Personal Image – Positive Body Language

By Angela Marshall, 15th Jan 2015

Neighboury at work

Our body language is the way in which we show what we are thinking and feeling through conscious and subconscious gestures. Our body movements and facial expressions give out lots of messages. We can say one thing but mean another and our body language will show this, as it is largely controlled by the subconscious.

We need to ensure we are giving out the right messages. We need to appear confident, trustworthy and, in the right situation, powerful. We also need to recognise other people’s body language, so we can adapt our body language in given situations e.g. if a person feels threatened we can put them at ease.

Learn to understand both yours and other people’s body language. Ask for feedback from friends or colleagues or review any videotapes of you making a presentation. You may see things you would never have believed or realised you did before.

Here are a few tips on positive body language:

  • Facial expressions – convey happiness, sadness, fear, anger, surprise or dislike. Learn to use expressions to get your point across.
  • Good posture – head up, shoulders back and in a comfortable position. It conveys a positive message, whereas slouching shows a lack of confidence or sloppiness. It will also affect your breathing and therefore your voice. Ensure you sit upright as much as possible.
  • Eye contact should be given regularly, about 75% of the time. Steady eye contact will give the impression to a person that you are honest, confident and receptive. Generally, men give more contact when speaking and women when listening.
  • Smile - woman
  • A smile is a much underrated business tool. It conveys enthusiasm, happiness and interest. It is a sign of friendship and fosters goodwill in business.  It also helps to relax the muscles in your face.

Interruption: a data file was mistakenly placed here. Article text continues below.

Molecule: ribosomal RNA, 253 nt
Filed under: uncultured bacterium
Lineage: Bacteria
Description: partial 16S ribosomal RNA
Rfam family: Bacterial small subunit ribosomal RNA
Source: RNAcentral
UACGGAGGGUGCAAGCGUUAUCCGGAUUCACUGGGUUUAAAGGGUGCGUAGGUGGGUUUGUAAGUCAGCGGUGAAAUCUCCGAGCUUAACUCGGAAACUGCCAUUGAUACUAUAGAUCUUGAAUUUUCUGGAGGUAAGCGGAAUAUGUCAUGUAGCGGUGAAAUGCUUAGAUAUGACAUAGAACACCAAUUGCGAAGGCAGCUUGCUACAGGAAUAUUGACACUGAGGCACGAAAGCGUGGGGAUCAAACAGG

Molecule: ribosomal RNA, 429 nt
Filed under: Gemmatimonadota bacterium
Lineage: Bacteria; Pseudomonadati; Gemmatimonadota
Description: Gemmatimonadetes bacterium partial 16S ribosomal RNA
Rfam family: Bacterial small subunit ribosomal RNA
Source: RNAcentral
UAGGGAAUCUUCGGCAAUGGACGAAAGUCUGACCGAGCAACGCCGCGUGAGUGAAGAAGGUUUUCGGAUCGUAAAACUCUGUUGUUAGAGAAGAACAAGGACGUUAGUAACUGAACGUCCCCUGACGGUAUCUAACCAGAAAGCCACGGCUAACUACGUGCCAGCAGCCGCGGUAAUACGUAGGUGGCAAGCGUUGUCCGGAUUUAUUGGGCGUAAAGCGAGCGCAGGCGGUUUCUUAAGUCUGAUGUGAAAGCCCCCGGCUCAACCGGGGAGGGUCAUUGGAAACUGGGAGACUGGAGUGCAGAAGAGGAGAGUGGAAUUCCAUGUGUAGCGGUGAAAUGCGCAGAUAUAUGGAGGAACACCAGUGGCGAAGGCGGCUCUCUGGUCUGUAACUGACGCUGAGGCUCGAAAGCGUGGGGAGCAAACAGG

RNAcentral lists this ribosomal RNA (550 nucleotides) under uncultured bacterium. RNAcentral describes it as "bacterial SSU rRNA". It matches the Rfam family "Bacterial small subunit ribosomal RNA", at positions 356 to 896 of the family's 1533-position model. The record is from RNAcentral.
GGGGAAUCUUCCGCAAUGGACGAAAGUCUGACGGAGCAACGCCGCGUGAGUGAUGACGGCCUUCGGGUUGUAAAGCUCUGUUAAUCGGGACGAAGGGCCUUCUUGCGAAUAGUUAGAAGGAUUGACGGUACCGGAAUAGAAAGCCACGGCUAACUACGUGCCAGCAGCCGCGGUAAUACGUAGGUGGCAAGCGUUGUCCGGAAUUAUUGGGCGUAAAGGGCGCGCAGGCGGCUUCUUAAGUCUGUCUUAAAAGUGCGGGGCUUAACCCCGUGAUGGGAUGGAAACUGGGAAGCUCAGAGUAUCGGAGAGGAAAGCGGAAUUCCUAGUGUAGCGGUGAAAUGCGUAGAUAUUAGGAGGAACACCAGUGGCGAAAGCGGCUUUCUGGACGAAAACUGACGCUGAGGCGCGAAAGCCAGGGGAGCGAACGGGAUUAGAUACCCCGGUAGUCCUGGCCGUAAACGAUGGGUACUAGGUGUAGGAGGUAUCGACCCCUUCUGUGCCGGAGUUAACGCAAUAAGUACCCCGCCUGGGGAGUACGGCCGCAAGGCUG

• Your voice conveys a variety of feelings – anxiety, concern or interest. It can betray your mood, sound positive or negative. When talking, you need to consider pitch, tone, rhythm and speed of your voice. Your voice is particularly important on the telephone – ensure you speak clearly, concisely and at the correct level of tone. Smile when leaving a greeting or message on the telephone.
  • Give active signs of listening – nod or comment e.g. ah, oh or mm.
  • A handshake leaves an impression with other people. It says how professional, confident and sophisticated you are. A firm handshake is important; nobody likes a limp handshake or one that squeezes your hand too tight.
  • The use of space is important. A powerful individual feels quite comfortable taking a lot of space and will use expansive gestures. A shy person will feel less significant and will take less room. There are 4 spatial zones –  intimate, personal zone, social zone and public zone.

Zones

Personal space is highly variable, and can be affected by cultural differences and personal experiences. For example, those living in densely populated places e.g. cities, tend to have a lower expectation of personal space. Research has revealed that there are four different zones of interpersonal space:

  1. Intimate distance ranges from touching to about 18 inches (46 cm) apart – reserved for lovers, close family members and friends.
  2. Personal distance begins about an arm’s length away; starting around 18 inches (46 cm) from the person and ending about 4 feet (122 cm) away – used in conversations with friends, to chat with associates, and in group discussions.
  3. Social distance ranges from 4 to 8 feet (1.2 m – 2.4 m) away from the person – reserved for strangers, newly formed groups, and new acquaintances.
  4. Public distance includes anything more than 8 feet (2.4 m) away, and is used essentially  for larger audiences e.g. speeches or lectures.

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Welcome to Angela Marshall's Blog. Angela Marshall
"I am in the third phase of my life and having been a successful image consultant for 18 years, I now enjoy the freedom of blogging about life in general, especially fashion, grooming, etiquette and manners." Angela Marshall
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